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Wilson Mountain Overview

Ever wanted to see Sedona from a bird’s eye view? Sure, you could spring for a helicopter tour. Or…you could hike Wilson Mountain Summit! No other location in Sedona will offer you a view that is so expansive and so breathtaking (and one where you are actually looking DOWN on the helicopters giving tours). Granted, no other hike in Sedona is as breathtaking either — literally, this hike will take your breath away. Wilson Mountain Summit is probably the most difficult hike in the area, but honestly, the work is well worth the reward. The view from the top is truly spectacular. 

The 4.75 mile (one-way) journey takes you through an elevation gain of about 2600’. It is a pretty steady climb for the first three miles, after which you’ll reach a short plateau (about .1 miles) before hiking steadily upwards once again. You will travel through some dense oak groves for a bit, before you reach another plateau with classic ponderosa forest landscape (very reminiscent of hiking in Flagstaff – I think of Wilson Mountain as a “Flagstaff Sky Island”). This plateau won’t last long either before you make your final ascent. All together, the hike took my group about 2 hours one way. 

If you are up for a bit of fun and you don’t think it will throw off your hiking safety, try packing a kite with you to fly at the top! It can get quite windy up top.

If you are looking for a hike in Sedona that is a bit more tame, but still has great views, check out Devil’s Bridge, Cathedral Rock, or the West Fork of Oak Creek Canyon.

Logistics

The hike is best in spring or early summer. Fall will start to get chilly (the top of the mountain is at 7,122’), but if you dress appropriately it could be fine. We visited in early June, and had an amazing breeze accompanying us along the way. In fact, in the afternoon we were worried that that “breeze” was going to blow us off the trail! I’m joking, of course. Sort of.

The trailhead is located off of Route 89A, about 22 miles south of Flagstaff and 2 miles north of Sedona (the pin on the below map will take you to the trailhead parking lot). The parking lot is just north of Midgley Bridge on the north side of the road. Parking is very limited. The lot might fit 20 cars if all the visitors are conscientious and you are a bit liberal in your definition of “parking space”. This parking area is quite popular and the lot can be crowded, especially since there are a few popular hikes that originate from this location. If the lot is overflowing and you simply can’t park, you could always try the North Wilson Mountain Trail, a few miles north along Route 89A (I do not think the views along the way up are as good from the North trail, but it does meet up with the south trail for the last ~1.5 miles of the hike).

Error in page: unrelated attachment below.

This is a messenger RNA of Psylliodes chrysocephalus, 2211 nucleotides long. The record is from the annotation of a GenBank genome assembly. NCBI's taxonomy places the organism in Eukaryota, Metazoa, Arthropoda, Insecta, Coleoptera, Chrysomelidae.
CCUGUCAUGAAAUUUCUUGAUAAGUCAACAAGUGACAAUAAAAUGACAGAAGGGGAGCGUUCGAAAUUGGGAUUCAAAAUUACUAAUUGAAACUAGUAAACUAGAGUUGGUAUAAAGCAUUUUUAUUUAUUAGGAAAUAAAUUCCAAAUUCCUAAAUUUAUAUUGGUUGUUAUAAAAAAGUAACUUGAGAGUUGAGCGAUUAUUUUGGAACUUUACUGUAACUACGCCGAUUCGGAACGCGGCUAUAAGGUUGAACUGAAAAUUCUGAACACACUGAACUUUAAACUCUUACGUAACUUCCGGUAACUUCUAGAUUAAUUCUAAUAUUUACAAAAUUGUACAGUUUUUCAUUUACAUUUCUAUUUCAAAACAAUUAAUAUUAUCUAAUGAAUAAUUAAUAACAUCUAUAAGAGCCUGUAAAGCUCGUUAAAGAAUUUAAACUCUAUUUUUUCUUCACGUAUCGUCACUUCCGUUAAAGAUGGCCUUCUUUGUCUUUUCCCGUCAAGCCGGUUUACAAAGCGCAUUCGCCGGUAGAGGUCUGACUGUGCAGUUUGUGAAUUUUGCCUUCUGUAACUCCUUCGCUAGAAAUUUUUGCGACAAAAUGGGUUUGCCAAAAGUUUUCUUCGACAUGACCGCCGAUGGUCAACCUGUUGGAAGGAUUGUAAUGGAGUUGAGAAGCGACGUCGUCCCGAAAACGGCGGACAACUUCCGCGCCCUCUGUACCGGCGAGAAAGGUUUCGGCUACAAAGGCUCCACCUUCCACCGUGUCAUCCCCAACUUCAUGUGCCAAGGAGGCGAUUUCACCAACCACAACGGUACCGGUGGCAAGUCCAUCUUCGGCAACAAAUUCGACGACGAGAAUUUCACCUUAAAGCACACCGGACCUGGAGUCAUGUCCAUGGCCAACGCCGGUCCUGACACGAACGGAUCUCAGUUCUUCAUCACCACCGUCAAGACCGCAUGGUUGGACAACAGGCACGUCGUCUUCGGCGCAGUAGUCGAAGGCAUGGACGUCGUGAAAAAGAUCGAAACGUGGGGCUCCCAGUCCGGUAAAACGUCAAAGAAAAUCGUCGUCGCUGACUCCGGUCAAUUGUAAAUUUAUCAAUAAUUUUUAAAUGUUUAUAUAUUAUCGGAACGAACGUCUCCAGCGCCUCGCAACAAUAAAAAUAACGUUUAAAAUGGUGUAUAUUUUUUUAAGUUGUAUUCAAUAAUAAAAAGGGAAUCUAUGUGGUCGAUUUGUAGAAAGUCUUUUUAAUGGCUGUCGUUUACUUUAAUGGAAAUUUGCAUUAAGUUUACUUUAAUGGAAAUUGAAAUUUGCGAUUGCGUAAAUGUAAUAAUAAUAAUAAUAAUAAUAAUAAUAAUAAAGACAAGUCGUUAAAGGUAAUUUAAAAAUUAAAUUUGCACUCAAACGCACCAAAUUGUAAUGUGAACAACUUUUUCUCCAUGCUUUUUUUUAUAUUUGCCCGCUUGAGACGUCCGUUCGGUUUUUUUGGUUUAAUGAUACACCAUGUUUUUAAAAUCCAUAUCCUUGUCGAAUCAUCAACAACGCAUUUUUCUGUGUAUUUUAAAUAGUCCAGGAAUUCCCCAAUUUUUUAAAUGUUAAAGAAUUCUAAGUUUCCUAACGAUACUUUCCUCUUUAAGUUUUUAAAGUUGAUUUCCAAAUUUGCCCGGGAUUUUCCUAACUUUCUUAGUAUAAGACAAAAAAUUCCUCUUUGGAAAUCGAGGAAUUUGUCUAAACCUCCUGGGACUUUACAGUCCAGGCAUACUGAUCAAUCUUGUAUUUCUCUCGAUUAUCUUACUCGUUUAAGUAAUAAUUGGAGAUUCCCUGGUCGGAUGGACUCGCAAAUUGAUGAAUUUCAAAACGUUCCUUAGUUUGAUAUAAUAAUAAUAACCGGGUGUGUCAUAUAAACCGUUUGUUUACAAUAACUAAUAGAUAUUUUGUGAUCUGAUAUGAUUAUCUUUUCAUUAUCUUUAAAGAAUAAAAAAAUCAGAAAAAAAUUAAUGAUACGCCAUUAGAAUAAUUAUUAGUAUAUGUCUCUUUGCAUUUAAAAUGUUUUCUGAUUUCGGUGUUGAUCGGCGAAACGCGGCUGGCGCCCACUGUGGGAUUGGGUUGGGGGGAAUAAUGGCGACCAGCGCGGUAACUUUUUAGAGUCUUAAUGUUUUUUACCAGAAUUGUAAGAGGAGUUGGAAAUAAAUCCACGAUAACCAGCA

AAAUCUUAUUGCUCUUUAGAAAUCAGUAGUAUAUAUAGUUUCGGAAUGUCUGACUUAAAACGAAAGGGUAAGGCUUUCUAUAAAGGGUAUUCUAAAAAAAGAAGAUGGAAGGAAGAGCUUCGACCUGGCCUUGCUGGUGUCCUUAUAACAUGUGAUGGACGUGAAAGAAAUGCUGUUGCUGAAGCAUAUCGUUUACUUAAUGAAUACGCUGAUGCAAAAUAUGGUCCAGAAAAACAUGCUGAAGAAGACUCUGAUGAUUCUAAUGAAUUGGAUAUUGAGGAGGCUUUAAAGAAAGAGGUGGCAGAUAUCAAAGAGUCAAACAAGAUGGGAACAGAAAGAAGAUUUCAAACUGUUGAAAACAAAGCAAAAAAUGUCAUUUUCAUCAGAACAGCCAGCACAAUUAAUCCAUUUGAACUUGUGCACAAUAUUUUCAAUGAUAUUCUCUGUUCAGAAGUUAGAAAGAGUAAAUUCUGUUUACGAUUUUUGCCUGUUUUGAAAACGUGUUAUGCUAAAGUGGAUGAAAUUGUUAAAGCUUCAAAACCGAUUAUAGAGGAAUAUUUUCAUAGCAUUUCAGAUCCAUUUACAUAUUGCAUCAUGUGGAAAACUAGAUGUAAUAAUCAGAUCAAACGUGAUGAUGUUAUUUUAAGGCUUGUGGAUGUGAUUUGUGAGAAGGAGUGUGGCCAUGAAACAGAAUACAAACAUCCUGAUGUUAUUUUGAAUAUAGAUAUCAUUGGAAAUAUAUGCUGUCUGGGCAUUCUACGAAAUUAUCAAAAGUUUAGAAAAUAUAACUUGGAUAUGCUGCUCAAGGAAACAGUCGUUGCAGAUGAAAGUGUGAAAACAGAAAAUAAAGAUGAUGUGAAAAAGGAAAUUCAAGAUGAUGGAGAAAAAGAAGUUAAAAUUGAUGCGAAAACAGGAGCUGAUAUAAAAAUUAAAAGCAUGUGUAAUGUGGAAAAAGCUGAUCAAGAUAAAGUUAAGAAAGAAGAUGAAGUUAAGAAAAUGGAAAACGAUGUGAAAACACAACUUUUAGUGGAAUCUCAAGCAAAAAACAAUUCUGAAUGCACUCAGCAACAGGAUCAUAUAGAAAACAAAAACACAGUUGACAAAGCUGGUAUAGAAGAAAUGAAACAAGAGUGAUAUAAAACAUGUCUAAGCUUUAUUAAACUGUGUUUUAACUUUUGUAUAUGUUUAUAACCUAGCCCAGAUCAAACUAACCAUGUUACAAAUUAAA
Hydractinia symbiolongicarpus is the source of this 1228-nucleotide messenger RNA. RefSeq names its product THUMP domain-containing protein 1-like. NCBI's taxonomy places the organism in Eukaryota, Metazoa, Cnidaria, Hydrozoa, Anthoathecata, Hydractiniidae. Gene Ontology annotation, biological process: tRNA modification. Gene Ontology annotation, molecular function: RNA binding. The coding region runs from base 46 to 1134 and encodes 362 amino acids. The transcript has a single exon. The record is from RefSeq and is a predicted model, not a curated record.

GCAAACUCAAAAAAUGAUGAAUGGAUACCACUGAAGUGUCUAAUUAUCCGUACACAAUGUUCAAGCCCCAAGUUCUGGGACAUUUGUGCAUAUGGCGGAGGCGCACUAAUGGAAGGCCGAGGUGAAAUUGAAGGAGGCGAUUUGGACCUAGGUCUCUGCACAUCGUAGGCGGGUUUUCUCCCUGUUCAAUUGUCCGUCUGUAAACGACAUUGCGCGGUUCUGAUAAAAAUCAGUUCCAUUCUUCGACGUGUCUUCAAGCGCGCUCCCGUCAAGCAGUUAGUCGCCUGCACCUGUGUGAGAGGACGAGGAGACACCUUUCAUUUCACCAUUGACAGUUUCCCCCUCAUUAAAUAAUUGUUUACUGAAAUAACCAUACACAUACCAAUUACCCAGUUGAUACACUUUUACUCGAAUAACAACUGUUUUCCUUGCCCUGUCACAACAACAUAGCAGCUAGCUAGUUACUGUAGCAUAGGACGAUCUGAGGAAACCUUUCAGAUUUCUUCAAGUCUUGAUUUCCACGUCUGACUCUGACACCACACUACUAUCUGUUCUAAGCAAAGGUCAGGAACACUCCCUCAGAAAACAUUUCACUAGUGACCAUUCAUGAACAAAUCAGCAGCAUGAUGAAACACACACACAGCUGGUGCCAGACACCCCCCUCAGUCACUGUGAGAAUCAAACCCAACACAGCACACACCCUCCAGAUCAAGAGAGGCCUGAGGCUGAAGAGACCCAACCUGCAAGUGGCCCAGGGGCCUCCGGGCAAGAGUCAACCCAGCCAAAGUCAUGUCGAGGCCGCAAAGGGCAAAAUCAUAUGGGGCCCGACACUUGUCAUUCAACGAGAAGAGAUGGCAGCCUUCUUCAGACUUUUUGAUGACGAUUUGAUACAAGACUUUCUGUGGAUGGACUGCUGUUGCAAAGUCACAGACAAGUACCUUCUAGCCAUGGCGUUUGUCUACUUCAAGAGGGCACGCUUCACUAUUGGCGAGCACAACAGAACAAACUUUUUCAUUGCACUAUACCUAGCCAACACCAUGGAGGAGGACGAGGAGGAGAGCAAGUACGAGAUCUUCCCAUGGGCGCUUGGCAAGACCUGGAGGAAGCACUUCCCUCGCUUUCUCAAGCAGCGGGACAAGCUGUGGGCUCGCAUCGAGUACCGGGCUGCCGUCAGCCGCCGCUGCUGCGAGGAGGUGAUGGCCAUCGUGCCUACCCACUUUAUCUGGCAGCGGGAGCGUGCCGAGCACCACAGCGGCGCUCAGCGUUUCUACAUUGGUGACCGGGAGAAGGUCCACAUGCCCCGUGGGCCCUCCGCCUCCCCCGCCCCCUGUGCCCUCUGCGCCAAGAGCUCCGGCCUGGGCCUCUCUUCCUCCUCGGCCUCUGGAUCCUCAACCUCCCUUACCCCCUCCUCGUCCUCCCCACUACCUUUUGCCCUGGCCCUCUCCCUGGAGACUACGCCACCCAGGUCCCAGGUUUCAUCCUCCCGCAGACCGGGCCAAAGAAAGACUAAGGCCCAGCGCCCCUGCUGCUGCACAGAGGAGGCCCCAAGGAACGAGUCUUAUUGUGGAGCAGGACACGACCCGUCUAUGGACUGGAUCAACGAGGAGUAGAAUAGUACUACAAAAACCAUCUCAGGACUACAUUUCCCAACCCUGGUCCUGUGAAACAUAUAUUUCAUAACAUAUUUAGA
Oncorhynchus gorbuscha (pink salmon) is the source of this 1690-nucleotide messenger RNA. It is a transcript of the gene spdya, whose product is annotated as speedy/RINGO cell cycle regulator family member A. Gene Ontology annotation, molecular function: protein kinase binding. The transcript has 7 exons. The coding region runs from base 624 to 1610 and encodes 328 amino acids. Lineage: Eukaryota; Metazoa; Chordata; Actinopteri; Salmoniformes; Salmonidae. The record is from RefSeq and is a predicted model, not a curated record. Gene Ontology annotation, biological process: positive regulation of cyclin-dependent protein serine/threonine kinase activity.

A Red Rock Pass will be required to park; passes can be purchased at the kiosk for $5 at the trailhead or at a number of different outlets in Sedona (gas stations, visitor centers, etc.).

Gear and Gadgets

Wilson Mountain Sedona Arizona

The dense foliage along 1/2 mile of the trail near the end.

I wore shorts but hiking pants would be safest, especially for a half-mile near the end where you are going through dense, low-level foliage (see photo to the right). Our group found a non-venomous snake on the trail that eventually made its way up into the nearby, taller portions of this dense foliage, so keep your eyes alert – on the ground AND in the foliage! 🙂

You can consult the Day Trip Gear Guide for recommendations on gear that could prove useful on your hike to the Summit of Wilson Mountain.

This hike is not a stroll in the park, but it is well worth the effort, and finishing will earn you some serious bragging rights. Be safe, and have fun!

Further Reading

Day Trip Gear Guide

Photography Gear & Gadgets

Outdoors & Wilderness First Aid

Leave No Trace Principles

US Forest Service Website for the Trail

About The Author

Jeremy Meek is a native Arizonan with a passion for adventure and discovery of unique experiences. Whether exploring Arizona or setting out on an adventure abroad, Jeremy is constantly scouting truly great adventures and experiences.

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